Mind the Gap: Coordinating Energy Efficiency and Demand Response

40 Pages Posted: 26 Sep 2016 Last revised: 20 Aug 2018

See all articles by Eric Webb

Eric Webb

University of Cincinnati, Lindner College of Business

Owen Q. Wu

Indiana University - Kelley School of Business

Kyle Cattani

Indiana University Kelley School of Business

Date Written: September 5, 2017

Abstract

Problem definition: Energy efficiency programs and demand response programs, two popular approaches to energy demand management, are typically designed and evaluated independently. Breaking with tradition, we study the interactions between energy efficiency investment decisions and participation in incentive-based demand response programs in the context of an industrial firm. We re-examine the energy efficiency gap in light of demand response participation. We also illustrate how to coordinate the programs to maximize their combined benefits. Academic/practical relevance: Billions of dollars are spent annually in the U.S. on both energy efficiency incentives and demand response payments. Without coordination, the incentives from one program could undercut the effectiveness of another program. We examine how these two incentives affect an industrial firm’s operations and the ways to coordinate the incentives. Methodology: We use a sequential optimization model which accounts for the difference in time scale between long-term energy efficiency investments and daily demand response participation and minimizes discounted economic costs to the industrial firm as well as to society. Results: A larger demand response incentive typically leads to a reduced investment in energy efficiency. Even if the energy efficiency gap is closed by taxes or subsidies, the firm’s impact on societal costs is not minimized unless the demand response incentive is properly set. Both energy efficiency and demand response programs contribute significantly to the reduction of societal costs. Managerial implications: Policies aiming to close or reduce the energy efficiency gap, such as investment subsidies and ecological taxes, may fail to achieve their desired outcomes when firms participate in demand response. We provide theoretical support for jointly determining energy efficiency and demand response incentives, in both unconstrained and constrained policy situations, to maximize the combined benefits of both demand management programs.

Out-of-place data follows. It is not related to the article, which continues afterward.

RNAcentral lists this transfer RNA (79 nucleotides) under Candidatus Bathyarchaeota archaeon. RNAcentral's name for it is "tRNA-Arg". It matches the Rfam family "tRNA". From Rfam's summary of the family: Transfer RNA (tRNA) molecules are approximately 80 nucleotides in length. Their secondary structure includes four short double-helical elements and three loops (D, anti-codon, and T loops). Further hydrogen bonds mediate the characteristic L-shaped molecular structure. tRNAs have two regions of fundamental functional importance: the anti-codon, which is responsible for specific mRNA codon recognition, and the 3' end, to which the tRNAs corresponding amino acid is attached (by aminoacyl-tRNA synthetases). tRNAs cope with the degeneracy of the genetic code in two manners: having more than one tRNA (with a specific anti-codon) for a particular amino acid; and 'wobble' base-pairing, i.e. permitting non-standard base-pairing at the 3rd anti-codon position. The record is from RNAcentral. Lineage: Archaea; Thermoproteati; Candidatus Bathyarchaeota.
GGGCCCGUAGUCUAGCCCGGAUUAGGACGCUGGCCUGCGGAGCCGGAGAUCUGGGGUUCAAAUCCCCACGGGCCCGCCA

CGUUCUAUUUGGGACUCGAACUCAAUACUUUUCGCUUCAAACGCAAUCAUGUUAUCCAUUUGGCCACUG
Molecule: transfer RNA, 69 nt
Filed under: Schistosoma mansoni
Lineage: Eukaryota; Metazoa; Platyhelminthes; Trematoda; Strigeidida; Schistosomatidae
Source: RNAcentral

Keywords: Energy efficiency investment, energy efficiency gap, demand response, production management

Suggested Citation

Webb, Eric and Wu, Owen Q. and Cattani, Kyle, Mind the Gap: Coordinating Energy Efficiency and Demand Response (September 5, 2017). Kelley School of Business Research Paper No. 16-68. Available at SSRN: https://ssrn.com/abstract=2843798 or http://dx.doi.org/10.2139/ssrn.2843798

Eric Webb (Contact Author)

University of Cincinnati, Lindner College of Business ( email )

2925 Campus Green Drive
PO Box 210130
Cincinnati, OH 45221
United States
5135567131 (Phone)

Owen Q. Wu

Indiana University - Kelley School of Business ( email )

Business 670
1309 E. Tenth Street
Bloomington, IN 47401
United States

Kyle Cattani

Indiana University Kelley School of Business ( email )

1309 East Tenth Street
Bloomington, IN 47405-1701
United States

Register to save articles to
your library

Register

Paper statistics

Downloads
116
Abstract Views
530
rank
236,018
PlumX Metrics